Safety helmets are to be mandatory for all British Dressage (BD) riders except for advanced and above.
Earlier this year riders were asked to give their opinion on possible BD rule changes — which included safety helmets, allowing horses to be downgraded when they have reached the upper points limits for each level and a cap on the number of tests ridden in one day (news 28, April).
The move follows publicity surrounding a US dressage rider Courtney King-Dye’s serious head injury in March 2010 and the launch of a top hat with harness.
The new rules will come into force on 1 December and follow similar ones enforced by the United States Equestrian Federation and draft rules for 2012 for international competition which will be discussed at the FEI general assembly in November.
Paul Graham from BD said the association has had feedback from around 200 members.
“This change is to protect our members against sustaining a possible head injury. BD must be proactive rather than reactive, there are no ‘if only’ when it comes to members safety,” he added.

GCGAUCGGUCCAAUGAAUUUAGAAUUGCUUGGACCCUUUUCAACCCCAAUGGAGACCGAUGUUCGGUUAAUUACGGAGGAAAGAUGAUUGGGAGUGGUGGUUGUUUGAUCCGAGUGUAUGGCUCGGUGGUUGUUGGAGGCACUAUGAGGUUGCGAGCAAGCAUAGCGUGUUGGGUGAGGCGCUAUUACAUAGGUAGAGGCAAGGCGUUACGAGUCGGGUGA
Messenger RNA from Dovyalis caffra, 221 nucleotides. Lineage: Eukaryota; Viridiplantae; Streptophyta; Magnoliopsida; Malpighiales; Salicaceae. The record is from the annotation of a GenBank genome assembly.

According to BD around 40% of those who responded wanted to leave the decision to wear a safety hat to the rider; the remainder supported mandatory safety hats.
“The FEI is still allowing top hats to be worn in the pre-test warm up and during the test. To keep as much in line with the FEI as possible we are still permitting top hats to be worn at the equivalent levels,” said Mr Graham, adding at present there are no plans to bring in crash helmets at the top levels.
“While it is true that there are very few incidents where a dressage competitor has received a serious head injury in competition, we should be looking at mitigating potential risk, not reacting to past incidents, or lack of them.”
Other rule changes
The number of tests that can be ridden in one day will not be limited as BD felt that “the incidents of riders over-stretching unfit horses was minimal”.
BD also asked whether horses should be forced to compete at a specific level once they had attained a certain number of points — as riders were finding their horses had reached the upper points limit of which they feel comfortable competing.
If a horse has too many points to be eligible for novice, for example, but the rider has never competed at elementary, they can apply to BD, pay £60, and have the horse “downgraded”. The horse will be allocated few enough points to allow the rider to continue at novice for some time.
For more information visit: www.britishdressage.co.uk
For reactions from riders at all levels, don’t miss Thursday’s issue of H&H (8 September).